The Sound of Absence: Utilizing White Space in Poetry

When I first started writing poetry, my focus was on imagery and how devices like metaphor, simile, and personification could help elicit a stronger reaction in my readers. I can’t tell you how many hours I spent (and still spend) writing analogies in my drafting notebook or scribbling down weird appearances that showed up in my dreams in hopes that one day, they’ll work themselves into a poem or be a soundboard for a doorway into something dark and surreal that ends up on the page.

On top of that, I also had—and still have—the show-don’t-tell mantra forever running rampant my in head, so while I’m juggling comparison and contrast, I’m also trying to be descriptive and vulnerable and truthful in my language, which—let’s be honest—is no walk in the park either. As a poet first and foremost, my goal is to create these visceral, raw pieces that are tactile and palpable, that make my readers squirm and gag all while marveling at the beauty that can be found in the grotesque. But because of the artform, I don’t have a whole lot of time to make that happen, so my words and my format and my syntax need to scream and fight in a way that my prose doesn’t necessarily have to. Something important, though, that the horror genre taught me is that there is a lot of power and fear in absolute silence, and as writers, this is a tool we all want to keep in our toolbox because as we’ve all come to find at one point or another, sometimes it’s when we say nothing that we actually say everything.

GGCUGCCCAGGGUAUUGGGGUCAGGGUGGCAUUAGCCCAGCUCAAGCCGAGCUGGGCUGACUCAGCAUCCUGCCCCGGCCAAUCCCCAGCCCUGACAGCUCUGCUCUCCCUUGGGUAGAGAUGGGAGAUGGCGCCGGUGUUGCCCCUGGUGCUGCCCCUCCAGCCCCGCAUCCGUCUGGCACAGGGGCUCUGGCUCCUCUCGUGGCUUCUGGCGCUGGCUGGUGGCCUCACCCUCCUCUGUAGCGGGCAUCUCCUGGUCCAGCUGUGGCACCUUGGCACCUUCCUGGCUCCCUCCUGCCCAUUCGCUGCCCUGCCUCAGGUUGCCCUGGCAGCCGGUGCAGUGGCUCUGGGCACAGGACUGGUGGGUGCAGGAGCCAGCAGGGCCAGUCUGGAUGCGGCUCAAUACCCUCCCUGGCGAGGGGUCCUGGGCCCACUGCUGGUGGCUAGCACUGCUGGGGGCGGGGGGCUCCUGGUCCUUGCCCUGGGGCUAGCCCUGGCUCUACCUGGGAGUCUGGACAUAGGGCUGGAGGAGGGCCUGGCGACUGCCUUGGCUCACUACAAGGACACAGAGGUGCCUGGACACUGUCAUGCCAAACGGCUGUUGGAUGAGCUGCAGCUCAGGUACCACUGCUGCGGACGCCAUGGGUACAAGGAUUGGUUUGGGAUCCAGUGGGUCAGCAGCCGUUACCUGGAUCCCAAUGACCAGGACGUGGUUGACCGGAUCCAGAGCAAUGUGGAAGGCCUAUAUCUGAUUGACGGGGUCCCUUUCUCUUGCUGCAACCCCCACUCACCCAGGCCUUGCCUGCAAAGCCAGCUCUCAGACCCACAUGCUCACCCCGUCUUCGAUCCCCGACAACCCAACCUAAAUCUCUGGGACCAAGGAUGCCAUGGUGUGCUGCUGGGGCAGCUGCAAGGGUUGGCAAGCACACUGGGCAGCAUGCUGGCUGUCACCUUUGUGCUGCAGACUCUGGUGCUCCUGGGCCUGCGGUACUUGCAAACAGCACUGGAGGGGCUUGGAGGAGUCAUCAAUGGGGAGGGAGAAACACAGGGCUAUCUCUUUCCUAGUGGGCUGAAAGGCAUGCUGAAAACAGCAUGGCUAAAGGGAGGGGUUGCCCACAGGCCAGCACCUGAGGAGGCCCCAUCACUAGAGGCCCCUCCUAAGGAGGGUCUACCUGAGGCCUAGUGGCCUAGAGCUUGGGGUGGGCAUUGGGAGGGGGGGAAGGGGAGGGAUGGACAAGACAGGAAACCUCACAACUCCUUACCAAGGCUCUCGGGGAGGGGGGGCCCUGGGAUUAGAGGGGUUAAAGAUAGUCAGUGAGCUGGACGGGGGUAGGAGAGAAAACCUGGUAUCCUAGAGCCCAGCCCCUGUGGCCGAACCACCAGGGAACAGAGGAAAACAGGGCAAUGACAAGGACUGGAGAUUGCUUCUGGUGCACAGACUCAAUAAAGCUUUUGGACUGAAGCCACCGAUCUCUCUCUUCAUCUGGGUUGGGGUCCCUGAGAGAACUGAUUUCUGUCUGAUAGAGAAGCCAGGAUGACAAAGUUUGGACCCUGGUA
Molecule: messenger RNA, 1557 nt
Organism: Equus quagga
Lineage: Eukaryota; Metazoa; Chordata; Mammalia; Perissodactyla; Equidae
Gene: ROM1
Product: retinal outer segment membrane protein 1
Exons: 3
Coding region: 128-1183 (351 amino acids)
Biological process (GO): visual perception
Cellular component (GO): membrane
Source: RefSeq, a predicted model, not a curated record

Poetry lets us bring our trauma, our love, our memories, and our bonds to the page in a unique way, and silence is great for teasing all of that out.

Now a few months ago, I wrote about the importance of the line, and I want to revisit that for a second before we talk about utilizing white space. There are two ways to describe lines in poetry: end-stopped and enjambed. If you’re working with an end-stopped line, that means you’ve created a full thought or phrase that stands on its own, almost like a complete sentence. However, if you’re working with enjambment, these lines are leading, they’re carrying your eyes over into the next line, usually with the help of commas, hyphens, colons, etc.